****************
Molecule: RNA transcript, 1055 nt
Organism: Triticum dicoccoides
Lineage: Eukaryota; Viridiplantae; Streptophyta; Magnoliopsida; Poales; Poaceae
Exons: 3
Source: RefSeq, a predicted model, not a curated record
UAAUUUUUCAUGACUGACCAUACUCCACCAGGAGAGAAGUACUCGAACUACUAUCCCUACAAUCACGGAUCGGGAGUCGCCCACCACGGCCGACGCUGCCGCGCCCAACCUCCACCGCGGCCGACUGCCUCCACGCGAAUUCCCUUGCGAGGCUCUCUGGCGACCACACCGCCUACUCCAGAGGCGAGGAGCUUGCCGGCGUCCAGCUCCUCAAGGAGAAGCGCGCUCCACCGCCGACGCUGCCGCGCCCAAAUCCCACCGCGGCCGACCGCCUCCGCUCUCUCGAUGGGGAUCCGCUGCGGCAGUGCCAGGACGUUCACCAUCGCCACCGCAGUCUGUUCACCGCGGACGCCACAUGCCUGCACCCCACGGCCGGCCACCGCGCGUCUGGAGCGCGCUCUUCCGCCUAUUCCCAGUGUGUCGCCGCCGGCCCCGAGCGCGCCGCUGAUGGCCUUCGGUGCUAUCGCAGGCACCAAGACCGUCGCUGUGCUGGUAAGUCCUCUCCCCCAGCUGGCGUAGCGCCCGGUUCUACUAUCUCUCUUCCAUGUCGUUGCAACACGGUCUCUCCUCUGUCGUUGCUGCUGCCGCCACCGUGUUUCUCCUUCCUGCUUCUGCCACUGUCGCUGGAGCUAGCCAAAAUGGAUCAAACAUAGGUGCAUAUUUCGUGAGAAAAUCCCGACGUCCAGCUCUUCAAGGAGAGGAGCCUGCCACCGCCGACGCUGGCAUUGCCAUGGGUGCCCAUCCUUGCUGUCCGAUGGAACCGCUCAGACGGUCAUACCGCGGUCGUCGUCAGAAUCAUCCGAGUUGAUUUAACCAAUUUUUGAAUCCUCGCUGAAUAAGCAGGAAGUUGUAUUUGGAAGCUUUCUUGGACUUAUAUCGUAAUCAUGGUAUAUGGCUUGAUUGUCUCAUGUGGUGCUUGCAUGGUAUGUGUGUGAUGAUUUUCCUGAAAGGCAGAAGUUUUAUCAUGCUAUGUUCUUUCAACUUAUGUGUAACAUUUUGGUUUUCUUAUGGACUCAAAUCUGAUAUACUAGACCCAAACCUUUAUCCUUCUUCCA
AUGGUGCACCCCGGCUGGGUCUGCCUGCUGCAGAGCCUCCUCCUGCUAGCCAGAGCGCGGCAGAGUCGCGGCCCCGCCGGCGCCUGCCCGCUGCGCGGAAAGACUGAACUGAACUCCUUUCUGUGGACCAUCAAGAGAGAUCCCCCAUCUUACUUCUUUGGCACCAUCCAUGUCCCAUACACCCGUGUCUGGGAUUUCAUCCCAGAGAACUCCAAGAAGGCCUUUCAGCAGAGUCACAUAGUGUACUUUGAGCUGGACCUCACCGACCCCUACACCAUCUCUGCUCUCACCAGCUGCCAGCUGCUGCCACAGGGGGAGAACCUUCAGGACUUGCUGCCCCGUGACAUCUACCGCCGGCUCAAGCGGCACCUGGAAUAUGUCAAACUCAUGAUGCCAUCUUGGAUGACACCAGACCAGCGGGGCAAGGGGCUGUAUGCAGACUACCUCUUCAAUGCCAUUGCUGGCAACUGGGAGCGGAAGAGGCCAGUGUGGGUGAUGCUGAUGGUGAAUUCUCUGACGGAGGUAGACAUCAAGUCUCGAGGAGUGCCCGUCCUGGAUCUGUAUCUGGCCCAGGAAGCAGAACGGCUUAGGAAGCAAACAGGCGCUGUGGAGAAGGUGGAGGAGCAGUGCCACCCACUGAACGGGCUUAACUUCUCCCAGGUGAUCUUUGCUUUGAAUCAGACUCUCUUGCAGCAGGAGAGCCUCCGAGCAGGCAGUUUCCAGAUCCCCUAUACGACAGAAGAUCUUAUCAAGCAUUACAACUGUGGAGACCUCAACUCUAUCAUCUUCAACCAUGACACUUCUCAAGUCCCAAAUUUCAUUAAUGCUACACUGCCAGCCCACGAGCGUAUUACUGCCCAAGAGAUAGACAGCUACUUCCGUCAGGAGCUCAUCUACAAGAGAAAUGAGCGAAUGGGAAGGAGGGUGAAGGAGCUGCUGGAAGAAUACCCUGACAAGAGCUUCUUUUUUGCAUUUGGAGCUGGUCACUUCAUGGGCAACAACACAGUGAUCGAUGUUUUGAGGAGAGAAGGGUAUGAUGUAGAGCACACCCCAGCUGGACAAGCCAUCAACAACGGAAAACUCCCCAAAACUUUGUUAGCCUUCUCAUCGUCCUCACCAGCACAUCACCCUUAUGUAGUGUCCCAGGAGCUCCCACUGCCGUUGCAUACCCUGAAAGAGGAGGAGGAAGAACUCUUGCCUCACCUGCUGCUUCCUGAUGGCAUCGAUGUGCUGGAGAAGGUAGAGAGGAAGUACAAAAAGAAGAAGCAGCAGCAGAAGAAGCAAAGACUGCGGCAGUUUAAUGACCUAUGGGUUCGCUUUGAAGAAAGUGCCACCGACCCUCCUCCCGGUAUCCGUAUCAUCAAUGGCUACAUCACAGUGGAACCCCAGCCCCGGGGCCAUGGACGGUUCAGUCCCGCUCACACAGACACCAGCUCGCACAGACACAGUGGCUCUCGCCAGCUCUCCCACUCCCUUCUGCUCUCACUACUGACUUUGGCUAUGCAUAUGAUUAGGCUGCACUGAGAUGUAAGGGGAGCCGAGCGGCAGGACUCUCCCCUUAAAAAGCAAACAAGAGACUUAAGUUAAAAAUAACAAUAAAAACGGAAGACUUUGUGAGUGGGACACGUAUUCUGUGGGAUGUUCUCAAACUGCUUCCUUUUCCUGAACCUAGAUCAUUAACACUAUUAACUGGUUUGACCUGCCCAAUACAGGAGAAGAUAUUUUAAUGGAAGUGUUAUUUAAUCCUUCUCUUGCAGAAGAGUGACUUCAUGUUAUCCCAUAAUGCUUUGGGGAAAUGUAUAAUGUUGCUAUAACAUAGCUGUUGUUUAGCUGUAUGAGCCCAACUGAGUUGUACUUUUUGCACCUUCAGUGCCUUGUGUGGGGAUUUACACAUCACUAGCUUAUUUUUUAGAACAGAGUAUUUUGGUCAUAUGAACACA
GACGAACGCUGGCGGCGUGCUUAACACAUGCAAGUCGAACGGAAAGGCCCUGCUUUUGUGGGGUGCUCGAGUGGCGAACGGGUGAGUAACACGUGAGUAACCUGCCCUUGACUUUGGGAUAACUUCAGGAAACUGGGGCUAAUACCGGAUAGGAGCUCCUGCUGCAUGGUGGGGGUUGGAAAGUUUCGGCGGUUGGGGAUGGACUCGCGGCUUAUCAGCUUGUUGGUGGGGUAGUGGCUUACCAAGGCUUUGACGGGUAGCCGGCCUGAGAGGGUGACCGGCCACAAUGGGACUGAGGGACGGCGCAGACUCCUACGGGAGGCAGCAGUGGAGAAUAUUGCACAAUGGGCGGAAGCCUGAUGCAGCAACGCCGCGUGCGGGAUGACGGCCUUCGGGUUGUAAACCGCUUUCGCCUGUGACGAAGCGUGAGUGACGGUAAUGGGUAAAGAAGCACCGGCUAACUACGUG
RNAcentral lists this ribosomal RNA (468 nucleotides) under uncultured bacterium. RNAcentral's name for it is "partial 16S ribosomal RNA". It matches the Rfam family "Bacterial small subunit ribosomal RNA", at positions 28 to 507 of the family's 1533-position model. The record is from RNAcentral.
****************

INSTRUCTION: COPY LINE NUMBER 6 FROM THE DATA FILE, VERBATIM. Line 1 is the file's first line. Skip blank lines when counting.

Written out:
UAAUUUUUCAUGACUGACCAUACUCCACCAGGAGAGAAGUACUCGAACUACUAUCCCUACAAUCACGGAUCGGGAGUCGCCCACCACGGCCGACGCUGCCGCGCCCAACCUCCACCGCGGCCGACUGCCUCCACGCGAAUUCCCUUGCGAGGCUCUCUGGCGACCACACCGCCUACUCCAGAGGCGAGGAGCUUGCCGGCGUCCAGCUCCUCAAGGAGAAGCGCGCUCCACCGCCGACGCUGCCGCGCCCAAAUCCCACCGCGGCCGACCGCCUCCGCUCUCUCGAUGGGGAUCCGCUGCGGCAGUGCCAGGACGUUCACCAUCGCCACCGCAGUCUGUUCACCGCGGACGCCACAUGCCUGCACCCCACGGCCGGCCACCGCGCGUCUGGAGCGCGCUCUUCCGCCUAUUCCCAGUGUGUCGCCGCCGGCCCCGAGCGCGCCGCUGAUGGCCUUCGGUGCUAUCGCAGGCACCAAGACCGUCGCUGUGCUGGUAAGUCCUCUCCCCCAGCUGGCGUAGCGCCCGGUUCUACUAUCUCUCUUCCAUGUCGUUGCAACACGGUCUCUCCUCUGUCGUUGCUGCUGCCGCCACCGUGUUUCUCCUUCCUGCUUCUGCCACUGUCGCUGGAGCUAGCCAAAAUGGAUCAAACAUAGGUGCAUAUUUCGUGAGAAAAUCCCGACGUCCAGCUCUUCAAGGAGAGGAGCCUGCCACCGCCGACGCUGGCAUUGCCAUGGGUGCCCAUCCUUGCUGUCCGAUGGAACCGCUCAGACGGUCAUACCGCGGUCGUCGUCAGAAUCAUCCGAGUUGAUUUAACCAAUUUUUGAAUCCUCGCUGAAUAAGCAGGAAGUUGUAUUUGGAAGCUUUCUUGGACUUAUAUCGUAAUCAUGGUAUAUGGCUUGAUUGUCUCAUGUGGUGCUUGCAUGGUAUGUGUGUGAUGAUUUUCCUGAAAGGCAGAAGUUUUAUCAUGCUAUGUUCUUUCAACUUAUGUGUAACAUUUUGGUUUUCUUAUGGACUCAAAUCUGAUAUACUAGACCCAAACCUUUAUCCUUCUUCCA